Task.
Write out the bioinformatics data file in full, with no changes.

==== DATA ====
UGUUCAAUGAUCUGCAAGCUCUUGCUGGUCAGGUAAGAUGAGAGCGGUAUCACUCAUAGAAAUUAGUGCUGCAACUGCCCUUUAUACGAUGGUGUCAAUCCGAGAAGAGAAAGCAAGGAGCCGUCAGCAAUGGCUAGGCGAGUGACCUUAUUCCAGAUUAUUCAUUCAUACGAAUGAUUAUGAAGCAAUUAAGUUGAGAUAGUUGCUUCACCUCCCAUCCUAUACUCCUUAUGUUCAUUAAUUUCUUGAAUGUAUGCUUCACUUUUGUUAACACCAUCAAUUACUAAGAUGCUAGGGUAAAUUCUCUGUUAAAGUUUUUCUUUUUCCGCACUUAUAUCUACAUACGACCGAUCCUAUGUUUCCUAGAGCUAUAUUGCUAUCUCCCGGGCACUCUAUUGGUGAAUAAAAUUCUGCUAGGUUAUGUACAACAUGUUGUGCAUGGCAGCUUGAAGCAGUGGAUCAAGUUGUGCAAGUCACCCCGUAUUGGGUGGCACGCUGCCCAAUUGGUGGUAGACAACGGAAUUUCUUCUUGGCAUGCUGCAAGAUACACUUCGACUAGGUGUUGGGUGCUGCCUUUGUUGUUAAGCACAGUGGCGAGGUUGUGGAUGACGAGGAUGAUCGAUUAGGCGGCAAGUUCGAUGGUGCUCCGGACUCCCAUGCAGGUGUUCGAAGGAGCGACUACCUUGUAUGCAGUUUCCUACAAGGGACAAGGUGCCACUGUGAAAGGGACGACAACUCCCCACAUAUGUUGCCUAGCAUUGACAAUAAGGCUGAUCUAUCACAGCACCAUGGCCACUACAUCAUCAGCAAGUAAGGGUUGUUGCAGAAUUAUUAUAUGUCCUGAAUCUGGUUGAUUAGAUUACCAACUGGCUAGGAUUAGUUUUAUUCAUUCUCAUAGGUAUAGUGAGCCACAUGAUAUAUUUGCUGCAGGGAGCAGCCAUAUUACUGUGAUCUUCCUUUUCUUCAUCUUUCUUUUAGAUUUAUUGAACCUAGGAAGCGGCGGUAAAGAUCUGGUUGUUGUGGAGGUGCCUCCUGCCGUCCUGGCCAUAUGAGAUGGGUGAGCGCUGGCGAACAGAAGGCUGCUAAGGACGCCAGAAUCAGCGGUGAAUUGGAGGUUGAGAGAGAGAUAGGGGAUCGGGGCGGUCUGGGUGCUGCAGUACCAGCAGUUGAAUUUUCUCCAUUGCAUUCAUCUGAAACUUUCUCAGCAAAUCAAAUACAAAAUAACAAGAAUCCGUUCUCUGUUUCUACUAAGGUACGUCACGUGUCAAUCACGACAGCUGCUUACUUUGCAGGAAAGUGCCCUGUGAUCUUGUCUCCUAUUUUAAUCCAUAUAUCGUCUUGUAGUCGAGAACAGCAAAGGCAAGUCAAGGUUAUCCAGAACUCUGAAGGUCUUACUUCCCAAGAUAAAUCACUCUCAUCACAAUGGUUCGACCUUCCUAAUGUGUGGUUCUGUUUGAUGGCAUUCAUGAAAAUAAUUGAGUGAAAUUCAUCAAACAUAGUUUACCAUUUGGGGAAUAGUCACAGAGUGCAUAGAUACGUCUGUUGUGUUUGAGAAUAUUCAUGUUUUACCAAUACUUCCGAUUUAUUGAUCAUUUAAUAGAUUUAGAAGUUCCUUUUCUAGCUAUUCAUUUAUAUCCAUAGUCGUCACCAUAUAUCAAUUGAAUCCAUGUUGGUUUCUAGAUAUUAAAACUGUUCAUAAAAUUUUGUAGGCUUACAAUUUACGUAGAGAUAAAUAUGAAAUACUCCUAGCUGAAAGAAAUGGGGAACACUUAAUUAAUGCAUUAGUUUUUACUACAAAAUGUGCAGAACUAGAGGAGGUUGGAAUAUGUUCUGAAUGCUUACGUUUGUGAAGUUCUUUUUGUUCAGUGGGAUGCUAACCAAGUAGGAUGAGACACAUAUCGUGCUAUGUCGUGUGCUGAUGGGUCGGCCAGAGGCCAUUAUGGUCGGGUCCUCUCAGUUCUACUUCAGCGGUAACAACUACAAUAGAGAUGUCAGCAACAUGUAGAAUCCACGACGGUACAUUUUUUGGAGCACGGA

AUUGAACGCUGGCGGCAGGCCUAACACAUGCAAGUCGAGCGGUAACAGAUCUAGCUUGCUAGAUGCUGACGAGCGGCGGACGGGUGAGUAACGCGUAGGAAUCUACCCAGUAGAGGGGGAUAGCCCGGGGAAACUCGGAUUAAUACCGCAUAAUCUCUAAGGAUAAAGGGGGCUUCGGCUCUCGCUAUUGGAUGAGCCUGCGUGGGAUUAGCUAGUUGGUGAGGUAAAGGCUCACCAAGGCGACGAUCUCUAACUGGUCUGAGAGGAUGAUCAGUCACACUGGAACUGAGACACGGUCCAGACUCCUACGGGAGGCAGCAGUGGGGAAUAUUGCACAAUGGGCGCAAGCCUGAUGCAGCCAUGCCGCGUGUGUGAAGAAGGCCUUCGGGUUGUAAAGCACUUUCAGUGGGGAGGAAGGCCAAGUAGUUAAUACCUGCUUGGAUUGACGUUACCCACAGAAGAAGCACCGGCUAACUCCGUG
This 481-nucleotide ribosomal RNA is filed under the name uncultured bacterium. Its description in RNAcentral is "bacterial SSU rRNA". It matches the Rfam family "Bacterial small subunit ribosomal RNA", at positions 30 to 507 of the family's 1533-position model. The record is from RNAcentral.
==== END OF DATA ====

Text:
UGUUCAAUGAUCUGCAAGCUCUUGCUGGUCAGGUAAGAUGAGAGCGGUAUCACUCAUAGAAAUUAGUGCUGCAACUGCCCUUUAUACGAUGGUGUCAAUCCGAGAAGAGAAAGCAAGGAGCCGUCAGCAAUGGCUAGGCGAGUGACCUUAUUCCAGAUUAUUCAUUCAUACGAAUGAUUAUGAAGCAAUUAAGUUGAGAUAGUUGCUUCACCUCCCAUCCUAUACUCCUUAUGUUCAUUAAUUUCUUGAAUGUAUGCUUCACUUUUGUUAACACCAUCAAUUACUAAGAUGCUAGGGUAAAUUCUCUGUUAAAGUUUUUCUUUUUCCGCACUUAUAUCUACAUACGACCGAUCCUAUGUUUCCUAGAGCUAUAUUGCUAUCUCCCGGGCACUCUAUUGGUGAAUAAAAUUCUGCUAGGUUAUGUACAACAUGUUGUGCAUGGCAGCUUGAAGCAGUGGAUCAAGUUGUGCAAGUCACCCCGUAUUGGGUGGCACGCUGCCCAAUUGGUGGUAGACAACGGAAUUUCUUCUUGGCAUGCUGCAAGAUACACUUCGACUAGGUGUUGGGUGCUGCCUUUGUUGUUAAGCACAGUGGCGAGGUUGUGGAUGACGAGGAUGAUCGAUUAGGCGGCAAGUUCGAUGGUGCUCCGGACUCCCAUGCAGGUGUUCGAAGGAGCGACUACCUUGUAUGCAGUUUCCUACAAGGGACAAGGUGCCACUGUGAAAGGGACGACAACUCCCCACAUAUGUUGCCUAGCAUUGACAAUAAGGCUGAUCUAUCACAGCACCAUGGCCACUACAUCAUCAGCAAGUAAGGGUUGUUGCAGAAUUAUUAUAUGUCCUGAAUCUGGUUGAUUAGAUUACCAACUGGCUAGGAUUAGUUUUAUUCAUUCUCAUAGGUAUAGUGAGCCACAUGAUAUAUUUGCUGCAGGGAGCAGCCAUAUUACUGUGAUCUUCCUUUUCUUCAUCUUUCUUUUAGAUUUAUUGAACCUAGGAAGCGGCGGUAAAGAUCUGGUUGUUGUGGAGGUGCCUCCUGCCGUCCUGGCCAUAUGAGAUGGGUGAGCGCUGGCGAACAGAAGGCUGCUAAGGACGCCAGAAUCAGCGGUGAAUUGGAGGUUGAGAGAGAGAUAGGGGAUCGGGGCGGUCUGGGUGCUGCAGUACCAGCAGUUGAAUUUUCUCCAUUGCAUUCAUCUGAAACUUUCUCAGCAAAUCAAAUACAAAAUAACAAGAAUCCGUUCUCUGUUUCUACUAAGGUACGUCACGUGUCAAUCACGACAGCUGCUUACUUUGCAGGAAAGUGCCCUGUGAUCUUGUCUCCUAUUUUAAUCCAUAUAUCGUCUUGUAGUCGAGAACAGCAAAGGCAAGUCAAGGUUAUCCAGAACUCUGAAGGUCUUACUUCCCAAGAUAAAUCACUCUCAUCACAAUGGUUCGACCUUCCUAAUGUGUGGUUCUGUUUGAUGGCAUUCAUGAAAAUAAUUGAGUGAAAUUCAUCAAACAUAGUUUACCAUUUGGGGAAUAGUCACAGAGUGCAUAGAUACGUCUGUUGUGUUUGAGAAUAUUCAUGUUUUACCAAUACUUCCGAUUUAUUGAUCAUUUAAUAGAUUUAGAAGUUCCUUUUCUAGCUAUUCAUUUAUAUCCAUAGUCGUCACCAUAUAUCAAUUGAAUCCAUGUUGGUUUCUAGAUAUUAAAACUGUUCAUAAAAUUUUGUAGGCUUACAAUUUACGUAGAGAUAAAUAUGAAAUACUCCUAGCUGAAAGAAAUGGGGAACACUUAAUUAAUGCAUUAGUUUUUACUACAAAAUGUGCAGAACUAGAGGAGGUUGGAAUAUGUUCUGAAUGCUUACGUUUGUGAAGUUCUUUUUGUUCAGUGGGAUGCUAACCAAGUAGGAUGAGACACAUAUCGUGCUAUGUCGUGUGCUGAUGGGUCGGCCAGAGGCCAUUAUGGUCGGGUCCUCUCAGUUCUACUUCAGCGGUAACAACUACAAUAGAGAUGUCAGCAACAUGUAGAAUCCACGACGGUACAUUUUUUGGAGCACGGA

AUUGAACGCUGGCGGCAGGCCUAACACAUGCAAGUCGAGCGGUAACAGAUCUAGCUUGCUAGAUGCUGACGAGCGGCGGACGGGUGAGUAACGCGUAGGAAUCUACCCAGUAGAGGGGGAUAGCCCGGGGAAACUCGGAUUAAUACCGCAUAAUCUCUAAGGAUAAAGGGGGCUUCGGCUCUCGCUAUUGGAUGAGCCUGCGUGGGAUUAGCUAGUUGGUGAGGUAAAGGCUCACCAAGGCGACGAUCUCUAACUGGUCUGAGAGGAUGAUCAGUCACACUGGAACUGAGACACGGUCCAGACUCCUACGGGAGGCAGCAGUGGGGAAUAUUGCACAAUGGGCGCAAGCCUGAUGCAGCCAUGCCGCGUGUGUGAAGAAGGCCUUCGGGUUGUAAAGCACUUUCAGUGGGGAGGAAGGCCAAGUAGUUAAUACCUGCUUGGAUUGACGUUACCCACAGAAGAAGCACCGGCUAACUCCGUG
This 481-nucleotide ribosomal RNA is filed under the name uncultured bacterium. Its description in RNAcentral is "bacterial SSU rRNA". It matches the Rfam family "Bacterial small subunit ribosomal RNA", at positions 30 to 507 of the family's 1533-position model. The record is from RNAcentral.